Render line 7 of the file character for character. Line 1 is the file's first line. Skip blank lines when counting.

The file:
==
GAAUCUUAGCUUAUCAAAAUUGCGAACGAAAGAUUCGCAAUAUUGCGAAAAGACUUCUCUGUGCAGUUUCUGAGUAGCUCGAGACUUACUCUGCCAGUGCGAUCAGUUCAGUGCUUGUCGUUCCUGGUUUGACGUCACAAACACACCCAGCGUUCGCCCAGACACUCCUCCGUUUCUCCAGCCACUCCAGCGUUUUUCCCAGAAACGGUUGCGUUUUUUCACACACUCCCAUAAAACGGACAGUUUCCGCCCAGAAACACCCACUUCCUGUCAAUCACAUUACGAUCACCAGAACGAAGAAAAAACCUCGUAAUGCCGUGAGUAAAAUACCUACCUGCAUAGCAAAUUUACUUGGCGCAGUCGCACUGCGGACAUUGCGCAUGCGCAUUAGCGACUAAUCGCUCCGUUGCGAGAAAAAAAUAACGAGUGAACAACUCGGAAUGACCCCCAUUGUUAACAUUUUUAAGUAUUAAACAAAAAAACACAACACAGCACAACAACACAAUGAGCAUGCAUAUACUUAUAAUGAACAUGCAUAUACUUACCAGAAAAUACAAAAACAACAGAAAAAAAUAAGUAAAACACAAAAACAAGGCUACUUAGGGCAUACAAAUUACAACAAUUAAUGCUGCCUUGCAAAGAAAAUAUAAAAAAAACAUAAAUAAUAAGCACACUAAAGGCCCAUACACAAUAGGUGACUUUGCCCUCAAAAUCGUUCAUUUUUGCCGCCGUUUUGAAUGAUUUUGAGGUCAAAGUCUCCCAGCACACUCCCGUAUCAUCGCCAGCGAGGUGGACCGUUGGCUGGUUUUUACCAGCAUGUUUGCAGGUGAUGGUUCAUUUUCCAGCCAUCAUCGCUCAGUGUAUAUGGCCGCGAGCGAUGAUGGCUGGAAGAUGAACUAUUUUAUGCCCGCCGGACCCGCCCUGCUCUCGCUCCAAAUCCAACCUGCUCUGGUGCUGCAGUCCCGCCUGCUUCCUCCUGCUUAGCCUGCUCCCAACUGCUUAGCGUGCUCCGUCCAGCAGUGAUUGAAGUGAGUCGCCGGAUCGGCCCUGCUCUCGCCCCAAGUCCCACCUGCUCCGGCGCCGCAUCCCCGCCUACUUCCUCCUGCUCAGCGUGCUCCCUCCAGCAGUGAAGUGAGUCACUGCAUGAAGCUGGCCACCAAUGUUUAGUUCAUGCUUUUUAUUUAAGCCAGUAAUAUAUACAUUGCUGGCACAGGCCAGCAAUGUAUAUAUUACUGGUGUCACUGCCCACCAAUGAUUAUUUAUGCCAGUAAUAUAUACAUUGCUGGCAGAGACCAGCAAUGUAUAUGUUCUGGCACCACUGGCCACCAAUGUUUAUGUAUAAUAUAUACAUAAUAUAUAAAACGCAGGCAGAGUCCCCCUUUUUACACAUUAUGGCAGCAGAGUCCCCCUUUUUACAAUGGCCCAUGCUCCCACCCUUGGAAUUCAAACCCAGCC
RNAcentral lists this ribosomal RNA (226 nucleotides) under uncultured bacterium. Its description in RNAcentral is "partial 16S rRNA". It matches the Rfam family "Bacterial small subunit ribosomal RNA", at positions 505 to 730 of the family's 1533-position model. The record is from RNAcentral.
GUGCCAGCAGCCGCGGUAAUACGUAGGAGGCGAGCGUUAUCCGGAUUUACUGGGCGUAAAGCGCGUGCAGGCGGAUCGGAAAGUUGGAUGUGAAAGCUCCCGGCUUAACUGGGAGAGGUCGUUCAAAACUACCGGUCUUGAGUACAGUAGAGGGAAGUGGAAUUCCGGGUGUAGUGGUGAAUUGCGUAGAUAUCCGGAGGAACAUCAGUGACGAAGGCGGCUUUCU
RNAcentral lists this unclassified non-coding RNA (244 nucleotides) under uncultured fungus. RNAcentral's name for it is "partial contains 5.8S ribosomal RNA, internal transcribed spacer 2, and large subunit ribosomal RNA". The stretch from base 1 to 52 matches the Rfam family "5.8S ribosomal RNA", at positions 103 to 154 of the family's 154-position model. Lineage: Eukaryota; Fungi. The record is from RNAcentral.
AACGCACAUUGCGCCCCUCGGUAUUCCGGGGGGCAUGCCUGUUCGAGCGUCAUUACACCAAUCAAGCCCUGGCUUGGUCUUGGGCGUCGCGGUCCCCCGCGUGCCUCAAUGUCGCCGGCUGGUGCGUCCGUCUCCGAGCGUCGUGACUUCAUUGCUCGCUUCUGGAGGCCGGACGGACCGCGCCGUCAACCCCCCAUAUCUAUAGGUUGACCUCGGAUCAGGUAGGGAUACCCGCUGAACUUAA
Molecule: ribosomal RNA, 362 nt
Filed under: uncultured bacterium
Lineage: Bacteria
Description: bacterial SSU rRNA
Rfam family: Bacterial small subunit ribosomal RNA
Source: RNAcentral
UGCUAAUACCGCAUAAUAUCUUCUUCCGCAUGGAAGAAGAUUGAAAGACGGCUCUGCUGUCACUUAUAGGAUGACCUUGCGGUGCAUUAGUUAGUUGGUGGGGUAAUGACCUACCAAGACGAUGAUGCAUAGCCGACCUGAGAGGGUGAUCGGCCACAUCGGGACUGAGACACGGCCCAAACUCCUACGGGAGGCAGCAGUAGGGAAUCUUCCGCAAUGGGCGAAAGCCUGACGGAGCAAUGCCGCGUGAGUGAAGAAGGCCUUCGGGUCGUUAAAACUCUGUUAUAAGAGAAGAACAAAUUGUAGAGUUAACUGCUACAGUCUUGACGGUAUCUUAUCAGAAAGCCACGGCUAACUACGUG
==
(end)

Filed under: uncultured bacterium